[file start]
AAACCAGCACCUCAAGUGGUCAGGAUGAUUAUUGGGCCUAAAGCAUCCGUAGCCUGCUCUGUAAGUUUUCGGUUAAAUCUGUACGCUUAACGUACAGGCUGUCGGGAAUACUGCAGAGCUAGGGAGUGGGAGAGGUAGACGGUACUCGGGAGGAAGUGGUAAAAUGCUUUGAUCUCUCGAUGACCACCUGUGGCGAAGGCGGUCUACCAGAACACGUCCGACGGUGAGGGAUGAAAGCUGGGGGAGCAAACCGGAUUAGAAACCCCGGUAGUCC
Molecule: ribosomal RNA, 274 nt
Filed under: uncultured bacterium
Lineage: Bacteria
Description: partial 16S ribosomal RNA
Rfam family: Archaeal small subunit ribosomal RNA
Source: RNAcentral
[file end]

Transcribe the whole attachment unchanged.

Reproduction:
AAACCAGCACCUCAAGUGGUCAGGAUGAUUAUUGGGCCUAAAGCAUCCGUAGCCUGCUCUGUAAGUUUUCGGUUAAAUCUGUACGCUUAACGUACAGGCUGUCGGGAAUACUGCAGAGCUAGGGAGUGGGAGAGGUAGACGGUACUCGGGAGGAAGUGGUAAAAUGCUUUGAUCUCUCGAUGACCACCUGUGGCGAAGGCGGUCUACCAGAACACGUCCGACGGUGAGGGAUGAAAGCUGGGGGAGCAAACCGGAUUAGAAACCCCGGUAGUCC
Molecule: ribosomal RNA, 274 nt
Filed under: uncultured bacterium
Lineage: Bacteria
Description: partial 16S ribosomal RNA
Rfam family: Archaeal small subunit ribosomal RNA
Source: RNAcentral